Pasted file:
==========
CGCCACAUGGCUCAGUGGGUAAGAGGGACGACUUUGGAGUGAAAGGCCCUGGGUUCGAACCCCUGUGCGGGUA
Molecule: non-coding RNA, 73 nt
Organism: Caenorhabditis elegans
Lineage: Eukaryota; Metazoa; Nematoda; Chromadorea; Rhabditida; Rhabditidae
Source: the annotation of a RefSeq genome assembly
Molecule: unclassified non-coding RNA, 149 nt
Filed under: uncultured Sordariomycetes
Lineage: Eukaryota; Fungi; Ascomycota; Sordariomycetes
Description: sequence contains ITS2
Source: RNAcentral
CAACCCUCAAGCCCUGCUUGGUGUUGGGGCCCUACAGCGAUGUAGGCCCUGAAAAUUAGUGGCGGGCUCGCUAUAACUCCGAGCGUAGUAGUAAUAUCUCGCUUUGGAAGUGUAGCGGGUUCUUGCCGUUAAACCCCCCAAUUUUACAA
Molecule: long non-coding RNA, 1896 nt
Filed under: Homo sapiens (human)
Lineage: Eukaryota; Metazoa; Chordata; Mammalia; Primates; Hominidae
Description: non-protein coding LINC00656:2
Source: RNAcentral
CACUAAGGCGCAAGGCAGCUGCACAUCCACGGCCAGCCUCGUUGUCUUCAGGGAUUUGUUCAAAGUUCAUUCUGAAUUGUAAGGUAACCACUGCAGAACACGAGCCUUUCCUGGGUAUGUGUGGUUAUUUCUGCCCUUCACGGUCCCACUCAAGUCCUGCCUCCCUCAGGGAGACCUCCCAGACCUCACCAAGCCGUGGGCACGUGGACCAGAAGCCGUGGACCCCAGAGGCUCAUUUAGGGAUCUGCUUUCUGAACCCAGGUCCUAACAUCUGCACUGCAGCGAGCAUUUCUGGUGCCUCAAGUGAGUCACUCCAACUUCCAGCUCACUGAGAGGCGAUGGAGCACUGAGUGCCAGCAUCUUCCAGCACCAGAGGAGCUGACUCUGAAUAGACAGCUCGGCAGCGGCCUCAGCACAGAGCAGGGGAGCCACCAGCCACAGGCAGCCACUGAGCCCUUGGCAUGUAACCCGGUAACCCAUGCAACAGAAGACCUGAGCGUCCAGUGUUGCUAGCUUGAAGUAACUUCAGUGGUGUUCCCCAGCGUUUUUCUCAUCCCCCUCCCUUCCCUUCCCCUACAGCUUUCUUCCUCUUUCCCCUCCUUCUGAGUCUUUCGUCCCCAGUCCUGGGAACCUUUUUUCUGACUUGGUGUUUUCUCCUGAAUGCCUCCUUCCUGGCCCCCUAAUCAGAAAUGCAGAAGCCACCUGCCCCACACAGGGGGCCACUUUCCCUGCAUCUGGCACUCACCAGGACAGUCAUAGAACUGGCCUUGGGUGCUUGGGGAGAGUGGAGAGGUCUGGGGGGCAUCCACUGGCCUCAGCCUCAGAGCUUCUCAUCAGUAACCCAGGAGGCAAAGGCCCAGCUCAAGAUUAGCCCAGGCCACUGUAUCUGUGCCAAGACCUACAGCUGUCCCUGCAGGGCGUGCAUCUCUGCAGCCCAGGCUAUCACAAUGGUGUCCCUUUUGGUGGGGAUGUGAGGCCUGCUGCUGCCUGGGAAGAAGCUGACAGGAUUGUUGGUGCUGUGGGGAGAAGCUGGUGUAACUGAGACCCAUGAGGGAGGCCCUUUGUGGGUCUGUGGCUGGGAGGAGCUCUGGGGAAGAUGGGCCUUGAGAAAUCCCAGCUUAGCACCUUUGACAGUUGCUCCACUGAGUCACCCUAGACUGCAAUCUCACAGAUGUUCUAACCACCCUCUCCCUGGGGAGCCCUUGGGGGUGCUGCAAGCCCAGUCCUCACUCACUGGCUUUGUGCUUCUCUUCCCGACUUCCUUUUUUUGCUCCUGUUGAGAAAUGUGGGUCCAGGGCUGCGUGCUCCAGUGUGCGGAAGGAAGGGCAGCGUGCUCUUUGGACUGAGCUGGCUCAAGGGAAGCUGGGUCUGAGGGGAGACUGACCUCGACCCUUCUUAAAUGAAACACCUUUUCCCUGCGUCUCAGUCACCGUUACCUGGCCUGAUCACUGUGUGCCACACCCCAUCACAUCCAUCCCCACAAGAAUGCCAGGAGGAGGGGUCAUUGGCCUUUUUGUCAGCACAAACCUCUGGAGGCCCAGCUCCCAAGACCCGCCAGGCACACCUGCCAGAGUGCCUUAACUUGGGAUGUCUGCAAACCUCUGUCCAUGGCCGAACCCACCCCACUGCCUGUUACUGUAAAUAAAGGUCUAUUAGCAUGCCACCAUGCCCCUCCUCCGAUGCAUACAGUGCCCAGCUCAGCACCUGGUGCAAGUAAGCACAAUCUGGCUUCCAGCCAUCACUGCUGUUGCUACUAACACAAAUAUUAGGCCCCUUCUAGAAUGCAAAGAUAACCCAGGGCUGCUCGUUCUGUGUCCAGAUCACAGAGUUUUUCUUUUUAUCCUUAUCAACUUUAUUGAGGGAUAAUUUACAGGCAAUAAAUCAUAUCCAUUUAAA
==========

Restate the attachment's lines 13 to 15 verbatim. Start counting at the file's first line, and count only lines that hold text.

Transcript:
Filed under: Homo sapiens (human)
Lineage: Eukaryota; Metazoa; Chordata; Mammalia; Primates; Hominidae
Description: non-protein coding LINC00656:2